Pensions is a long term business. When I entered the pensions industry I worked for a long since forgotten firm of actuaries, administrators and trustees that had started out in business in 1951.
In the late 1980’s and 1990’s it was not unusual for someone to have to dig a file out of a packed filing room containing records dating back to the 1950’s or 1960’s. The time horizon of a pension scheme goes beyond that of most businesses. Life insurance companies recognise that. But by the late 1980’s not much had really changed from the 1950’s. Computers were being used to carry out administration calculations and to store the core data but paper files were still important and almost all correspondence ended up in paper form.
We have now had twenty years of transition. The whole history of a pension fund and all its records can be held on a memory stick. 95% of communications from our office as a busy firm of administrators and actuaries is now in electronic format. This should represent great progress but there is a problem.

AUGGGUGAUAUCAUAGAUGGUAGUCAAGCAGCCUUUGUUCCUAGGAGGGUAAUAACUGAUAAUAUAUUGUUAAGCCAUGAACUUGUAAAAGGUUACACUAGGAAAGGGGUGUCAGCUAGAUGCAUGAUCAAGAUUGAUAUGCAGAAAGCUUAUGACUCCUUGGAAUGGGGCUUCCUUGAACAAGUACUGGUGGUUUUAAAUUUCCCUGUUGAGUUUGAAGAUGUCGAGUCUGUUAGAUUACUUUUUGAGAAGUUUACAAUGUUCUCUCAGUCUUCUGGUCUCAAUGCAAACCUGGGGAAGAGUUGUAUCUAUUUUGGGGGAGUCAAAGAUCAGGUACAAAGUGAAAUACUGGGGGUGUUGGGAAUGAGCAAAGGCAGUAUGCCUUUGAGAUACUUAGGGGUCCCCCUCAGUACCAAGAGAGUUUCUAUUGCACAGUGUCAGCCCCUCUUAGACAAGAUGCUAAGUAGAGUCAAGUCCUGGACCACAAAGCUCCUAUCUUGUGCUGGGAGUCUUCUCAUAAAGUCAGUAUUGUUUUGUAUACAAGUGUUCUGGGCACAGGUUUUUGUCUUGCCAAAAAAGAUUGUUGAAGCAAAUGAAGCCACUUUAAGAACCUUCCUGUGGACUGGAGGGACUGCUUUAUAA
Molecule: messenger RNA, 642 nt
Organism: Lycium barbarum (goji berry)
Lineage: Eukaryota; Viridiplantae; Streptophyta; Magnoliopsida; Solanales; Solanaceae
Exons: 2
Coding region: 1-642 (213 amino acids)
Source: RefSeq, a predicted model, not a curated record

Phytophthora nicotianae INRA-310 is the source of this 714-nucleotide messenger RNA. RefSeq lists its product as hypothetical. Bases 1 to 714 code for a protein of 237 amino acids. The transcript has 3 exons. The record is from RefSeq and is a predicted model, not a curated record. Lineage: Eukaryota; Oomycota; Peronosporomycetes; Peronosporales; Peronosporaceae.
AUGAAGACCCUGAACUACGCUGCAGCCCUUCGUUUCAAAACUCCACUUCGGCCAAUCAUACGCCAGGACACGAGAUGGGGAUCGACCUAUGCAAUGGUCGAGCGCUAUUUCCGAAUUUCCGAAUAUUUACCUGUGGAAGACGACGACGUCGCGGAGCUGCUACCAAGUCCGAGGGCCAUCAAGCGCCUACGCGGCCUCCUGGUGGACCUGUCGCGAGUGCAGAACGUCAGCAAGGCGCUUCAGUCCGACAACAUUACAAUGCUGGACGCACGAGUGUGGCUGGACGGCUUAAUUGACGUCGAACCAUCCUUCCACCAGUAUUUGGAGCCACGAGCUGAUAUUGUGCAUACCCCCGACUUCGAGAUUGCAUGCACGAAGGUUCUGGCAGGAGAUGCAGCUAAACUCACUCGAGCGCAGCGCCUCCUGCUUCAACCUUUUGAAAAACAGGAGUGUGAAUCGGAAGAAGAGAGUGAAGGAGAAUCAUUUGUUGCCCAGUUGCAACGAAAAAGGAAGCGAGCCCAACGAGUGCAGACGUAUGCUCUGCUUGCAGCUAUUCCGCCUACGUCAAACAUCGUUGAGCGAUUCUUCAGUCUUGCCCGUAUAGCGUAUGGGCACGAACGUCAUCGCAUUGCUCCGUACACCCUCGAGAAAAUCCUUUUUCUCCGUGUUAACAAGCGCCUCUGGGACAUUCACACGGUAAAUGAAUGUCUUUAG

In the 1980’s and 1990’s the principle of recording full information in a consistent format to allow calculations to be performed from the digital database was not adhered to. Spence & Partners started out in business in 2000 and we have assumed administration records for well over 100 pension schemes over the last 10 years. These range from large schemes run by in-house pensions departments to insurance companies to leading consulting firms and the scheme data we were provided with was always poor. There hasn’t really been one exception out of all those schemes. Sometimes the quality is much worse than others but NEVER fit for purpose i.e. suitable for administering the scheme without the paper records.
Most smaller pension schemes are now closed to accrual. Spence & Partners are specialists in Pensions Endgame work, winding-up, PPF assessment periods, schemes transferring to the Financial Assistance Scheme. The hardest thing about this work is that it is the time of reckoning for all those years of bad record keeping. You get one shot at calculating all the benefits and they have to be right. Nothing else for it at this stage but to digitise much of the information hitherto held on paper and it can be a laborious process.
For schemes with some years before the endgame the same should be true. The digital data held in disparate places needs to be combined with information on paper that is needed to at last achieve the elusive goal of having a complete dataset to administer the scheme going forward. It has to be done sometime and it will not be easier with the elapse of time.